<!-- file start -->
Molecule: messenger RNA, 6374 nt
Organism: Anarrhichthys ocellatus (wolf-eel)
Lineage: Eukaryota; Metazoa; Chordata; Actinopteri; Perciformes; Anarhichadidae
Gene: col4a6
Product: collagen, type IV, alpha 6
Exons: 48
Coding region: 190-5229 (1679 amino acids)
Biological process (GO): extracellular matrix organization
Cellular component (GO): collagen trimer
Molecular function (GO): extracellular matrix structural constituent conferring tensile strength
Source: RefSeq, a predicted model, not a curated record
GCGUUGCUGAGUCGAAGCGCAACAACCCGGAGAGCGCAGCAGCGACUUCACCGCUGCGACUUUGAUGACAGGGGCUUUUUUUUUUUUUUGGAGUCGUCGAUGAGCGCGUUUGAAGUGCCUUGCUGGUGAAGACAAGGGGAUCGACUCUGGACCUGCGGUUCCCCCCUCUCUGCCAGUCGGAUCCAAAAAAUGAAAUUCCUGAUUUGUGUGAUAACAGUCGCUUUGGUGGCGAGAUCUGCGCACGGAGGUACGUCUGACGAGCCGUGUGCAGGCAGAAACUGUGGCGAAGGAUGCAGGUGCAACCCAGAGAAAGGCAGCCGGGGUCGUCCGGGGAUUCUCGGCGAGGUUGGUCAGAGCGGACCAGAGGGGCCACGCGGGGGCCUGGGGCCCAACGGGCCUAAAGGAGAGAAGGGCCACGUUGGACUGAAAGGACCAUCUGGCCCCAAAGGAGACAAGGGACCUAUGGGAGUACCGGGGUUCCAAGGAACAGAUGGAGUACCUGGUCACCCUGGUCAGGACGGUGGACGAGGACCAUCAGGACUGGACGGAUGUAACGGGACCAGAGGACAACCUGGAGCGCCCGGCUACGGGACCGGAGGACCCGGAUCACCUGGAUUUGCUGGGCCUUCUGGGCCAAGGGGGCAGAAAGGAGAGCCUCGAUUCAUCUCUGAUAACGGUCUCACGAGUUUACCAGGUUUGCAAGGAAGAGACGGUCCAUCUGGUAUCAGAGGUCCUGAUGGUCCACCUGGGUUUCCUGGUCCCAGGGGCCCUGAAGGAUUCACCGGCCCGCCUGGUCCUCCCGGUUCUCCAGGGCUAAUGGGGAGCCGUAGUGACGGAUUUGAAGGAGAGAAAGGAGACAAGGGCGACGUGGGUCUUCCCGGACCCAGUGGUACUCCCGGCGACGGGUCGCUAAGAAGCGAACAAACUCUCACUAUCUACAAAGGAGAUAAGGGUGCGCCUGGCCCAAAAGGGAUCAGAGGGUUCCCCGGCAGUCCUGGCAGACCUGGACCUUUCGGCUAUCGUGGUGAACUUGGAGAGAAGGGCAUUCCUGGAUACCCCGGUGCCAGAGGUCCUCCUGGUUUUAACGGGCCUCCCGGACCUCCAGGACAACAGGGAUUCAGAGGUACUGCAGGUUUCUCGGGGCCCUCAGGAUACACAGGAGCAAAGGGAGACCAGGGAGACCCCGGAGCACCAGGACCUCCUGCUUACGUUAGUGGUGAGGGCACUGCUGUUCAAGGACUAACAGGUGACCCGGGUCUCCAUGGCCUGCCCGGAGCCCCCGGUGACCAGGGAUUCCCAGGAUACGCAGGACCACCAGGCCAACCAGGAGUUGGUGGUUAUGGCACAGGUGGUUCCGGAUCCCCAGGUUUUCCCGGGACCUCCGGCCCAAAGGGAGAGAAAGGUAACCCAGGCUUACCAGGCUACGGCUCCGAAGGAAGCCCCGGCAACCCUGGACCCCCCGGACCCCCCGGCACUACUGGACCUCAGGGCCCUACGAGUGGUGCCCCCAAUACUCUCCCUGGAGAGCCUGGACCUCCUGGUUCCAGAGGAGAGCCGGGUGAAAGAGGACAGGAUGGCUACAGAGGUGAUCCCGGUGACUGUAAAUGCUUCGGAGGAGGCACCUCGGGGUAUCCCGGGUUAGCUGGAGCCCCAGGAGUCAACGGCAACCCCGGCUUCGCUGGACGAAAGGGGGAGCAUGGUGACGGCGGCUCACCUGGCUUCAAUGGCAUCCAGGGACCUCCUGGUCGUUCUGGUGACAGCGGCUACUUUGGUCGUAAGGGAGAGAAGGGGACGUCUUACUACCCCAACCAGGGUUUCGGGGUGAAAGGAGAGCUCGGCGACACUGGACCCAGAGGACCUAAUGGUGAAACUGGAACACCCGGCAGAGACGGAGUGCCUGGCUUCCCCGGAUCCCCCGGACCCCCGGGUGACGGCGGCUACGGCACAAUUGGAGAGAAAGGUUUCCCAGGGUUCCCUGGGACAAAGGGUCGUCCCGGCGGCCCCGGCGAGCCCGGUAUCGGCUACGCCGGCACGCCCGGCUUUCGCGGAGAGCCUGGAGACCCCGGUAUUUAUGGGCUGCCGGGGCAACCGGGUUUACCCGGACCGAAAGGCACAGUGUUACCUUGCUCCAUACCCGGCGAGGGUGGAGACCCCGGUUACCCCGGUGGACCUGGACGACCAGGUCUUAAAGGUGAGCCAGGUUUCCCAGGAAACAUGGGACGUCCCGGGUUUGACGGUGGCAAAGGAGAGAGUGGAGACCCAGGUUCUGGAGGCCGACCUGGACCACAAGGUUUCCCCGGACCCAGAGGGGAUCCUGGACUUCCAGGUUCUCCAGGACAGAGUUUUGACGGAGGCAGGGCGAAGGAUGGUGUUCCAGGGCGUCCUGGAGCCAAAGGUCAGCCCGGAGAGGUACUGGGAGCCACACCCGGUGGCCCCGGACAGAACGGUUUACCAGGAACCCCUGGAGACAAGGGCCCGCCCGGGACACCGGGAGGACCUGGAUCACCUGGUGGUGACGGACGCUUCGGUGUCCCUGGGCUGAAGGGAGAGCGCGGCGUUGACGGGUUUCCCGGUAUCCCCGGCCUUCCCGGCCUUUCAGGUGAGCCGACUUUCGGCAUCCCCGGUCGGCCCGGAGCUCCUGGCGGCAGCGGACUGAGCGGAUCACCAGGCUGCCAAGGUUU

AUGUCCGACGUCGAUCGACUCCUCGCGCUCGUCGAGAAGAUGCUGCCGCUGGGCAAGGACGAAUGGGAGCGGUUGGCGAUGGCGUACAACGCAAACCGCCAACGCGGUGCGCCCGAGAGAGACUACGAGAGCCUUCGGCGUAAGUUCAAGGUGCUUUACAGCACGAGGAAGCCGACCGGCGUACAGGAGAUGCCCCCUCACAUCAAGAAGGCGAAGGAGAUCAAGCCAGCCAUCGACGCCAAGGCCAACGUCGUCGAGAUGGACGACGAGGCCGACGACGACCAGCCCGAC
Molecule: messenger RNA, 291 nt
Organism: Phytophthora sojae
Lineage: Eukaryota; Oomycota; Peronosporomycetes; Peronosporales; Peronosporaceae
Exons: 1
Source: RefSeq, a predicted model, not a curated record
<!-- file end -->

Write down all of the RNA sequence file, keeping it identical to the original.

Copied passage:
Molecule: messenger RNA, 6374 nt
Organism: Anarrhichthys ocellatus (wolf-eel)
Lineage: Eukaryota; Metazoa; Chordata; Actinopteri; Perciformes; Anarhichadidae
Gene: col4a6
Product: collagen, type IV, alpha 6
Exons: 48
Coding region: 190-5229 (1679 amino acids)
Biological process (GO): extracellular matrix organization
Cellular component (GO): collagen trimer
Molecular function (GO): extracellular matrix structural constituent conferring tensile strength
Source: RefSeq, a predicted model, not a curated record
GCGUUGCUGAGUCGAAGCGCAACAACCCGGAGAGCGCAGCAGCGACUUCACCGCUGCGACUUUGAUGACAGGGGCUUUUUUUUUUUUUUGGAGUCGUCGAUGAGCGCGUUUGAAGUGCCUUGCUGGUGAAGACAAGGGGAUCGACUCUGGACCUGCGGUUCCCCCCUCUCUGCCAGUCGGAUCCAAAAAAUGAAAUUCCUGAUUUGUGUGAUAACAGUCGCUUUGGUGGCGAGAUCUGCGCACGGAGGUACGUCUGACGAGCCGUGUGCAGGCAGAAACUGUGGCGAAGGAUGCAGGUGCAACCCAGAGAAAGGCAGCCGGGGUCGUCCGGGGAUUCUCGGCGAGGUUGGUCAGAGCGGACCAGAGGGGCCACGCGGGGGCCUGGGGCCCAACGGGCCUAAAGGAGAGAAGGGCCACGUUGGACUGAAAGGACCAUCUGGCCCCAAAGGAGACAAGGGACCUAUGGGAGUACCGGGGUUCCAAGGAACAGAUGGAGUACCUGGUCACCCUGGUCAGGACGGUGGACGAGGACCAUCAGGACUGGACGGAUGUAACGGGACCAGAGGACAACCUGGAGCGCCCGGCUACGGGACCGGAGGACCCGGAUCACCUGGAUUUGCUGGGCCUUCUGGGCCAAGGGGGCAGAAAGGAGAGCCUCGAUUCAUCUCUGAUAACGGUCUCACGAGUUUACCAGGUUUGCAAGGAAGAGACGGUCCAUCUGGUAUCAGAGGUCCUGAUGGUCCACCUGGGUUUCCUGGUCCCAGGGGCCCUGAAGGAUUCACCGGCCCGCCUGGUCCUCCCGGUUCUCCAGGGCUAAUGGGGAGCCGUAGUGACGGAUUUGAAGGAGAGAAAGGAGACAAGGGCGACGUGGGUCUUCCCGGACCCAGUGGUACUCCCGGCGACGGGUCGCUAAGAAGCGAACAAACUCUCACUAUCUACAAAGGAGAUAAGGGUGCGCCUGGCCCAAAAGGGAUCAGAGGGUUCCCCGGCAGUCCUGGCAGACCUGGACCUUUCGGCUAUCGUGGUGAACUUGGAGAGAAGGGCAUUCCUGGAUACCCCGGUGCCAGAGGUCCUCCUGGUUUUAACGGGCCUCCCGGACCUCCAGGACAACAGGGAUUCAGAGGUACUGCAGGUUUCUCGGGGCCCUCAGGAUACACAGGAGCAAAGGGAGACCAGGGAGACCCCGGAGCACCAGGACCUCCUGCUUACGUUAGUGGUGAGGGCACUGCUGUUCAAGGACUAACAGGUGACCCGGGUCUCCAUGGCCUGCCCGGAGCCCCCGGUGACCAGGGAUUCCCAGGAUACGCAGGACCACCAGGCCAACCAGGAGUUGGUGGUUAUGGCACAGGUGGUUCCGGAUCCCCAGGUUUUCCCGGGACCUCCGGCCCAAAGGGAGAGAAAGGUAACCCAGGCUUACCAGGCUACGGCUCCGAAGGAAGCCCCGGCAACCCUGGACCCCCCGGACCCCCCGGCACUACUGGACCUCAGGGCCCUACGAGUGGUGCCCCCAAUACUCUCCCUGGAGAGCCUGGACCUCCUGGUUCCAGAGGAGAGCCGGGUGAAAGAGGACAGGAUGGCUACAGAGGUGAUCCCGGUGACUGUAAAUGCUUCGGAGGAGGCACCUCGGGGUAUCCCGGGUUAGCUGGAGCCCCAGGAGUCAACGGCAACCCCGGCUUCGCUGGACGAAAGGGGGAGCAUGGUGACGGCGGCUCACCUGGCUUCAAUGGCAUCCAGGGACCUCCUGGUCGUUCUGGUGACAGCGGCUACUUUGGUCGUAAGGGAGAGAAGGGGACGUCUUACUACCCCAACCAGGGUUUCGGGGUGAAAGGAGAGCUCGGCGACACUGGACCCAGAGGACCUAAUGGUGAAACUGGAACACCCGGCAGAGACGGAGUGCCUGGCUUCCCCGGAUCCCCCGGACCCCCGGGUGACGGCGGCUACGGCACAAUUGGAGAGAAAGGUUUCCCAGGGUUCCCUGGGACAAAGGGUCGUCCCGGCGGCCCCGGCGAGCCCGGUAUCGGCUACGCCGGCACGCCCGGCUUUCGCGGAGAGCCUGGAGACCCCGGUAUUUAUGGGCUGCCGGGGCAACCGGGUUUACCCGGACCGAAAGGCACAGUGUUACCUUGCUCCAUACCCGGCGAGGGUGGAGACCCCGGUUACCCCGGUGGACCUGGACGACCAGGUCUUAAAGGUGAGCCAGGUUUCCCAGGAAACAUGGGACGUCCCGGGUUUGACGGUGGCAAAGGAGAGAGUGGAGACCCAGGUUCUGGAGGCCGACCUGGACCACAAGGUUUCCCCGGACCCAGAGGGGAUCCUGGACUUCCAGGUUCUCCAGGACAGAGUUUUGACGGAGGCAGGGCGAAGGAUGGUGUUCCAGGGCGUCCUGGAGCCAAAGGUCAGCCCGGAGAGGUACUGGGAGCCACACCCGGUGGCCCCGGACAGAACGGUUUACCAGGAACCCCUGGAGACAAGGGCCCGCCCGGGACACCGGGAGGACCUGGAUCACCUGGUGGUGACGGACGCUUCGGUGUCCCUGGGCUGAAGGGAGAGCGCGGCGUUGACGGGUUUCCCGGUAUCCCCGGCCUUCCCGGCCUUUCAGGUGAGCCGACUUUCGGCAUCCCCGGUCGGCCCGGAGCUCCUGGCGGCAGCGGACUGAGCGGAUCACCAGGCUGCCAAGGUUU

AUGUCCGACGUCGAUCGACUCCUCGCGCUCGUCGAGAAGAUGCUGCCGCUGGGCAAGGACGAAUGGGAGCGGUUGGCGAUGGCGUACAACGCAAACCGCCAACGCGGUGCGCCCGAGAGAGACUACGAGAGCCUUCGGCGUAAGUUCAAGGUGCUUUACAGCACGAGGAAGCCGACCGGCGUACAGGAGAUGCCCCCUCACAUCAAGAAGGCGAAGGAGAUCAAGCCAGCCAUCGACGCCAAGGCCAACGUCGUCGAGAUGGACGACGAGGCCGACGACGACCAGCCCGAC
Molecule: messenger RNA, 291 nt
Organism: Phytophthora sojae
Lineage: Eukaryota; Oomycota; Peronosporomycetes; Peronosporales; Peronosporaceae
Exons: 1
Source: RefSeq, a predicted model, not a curated record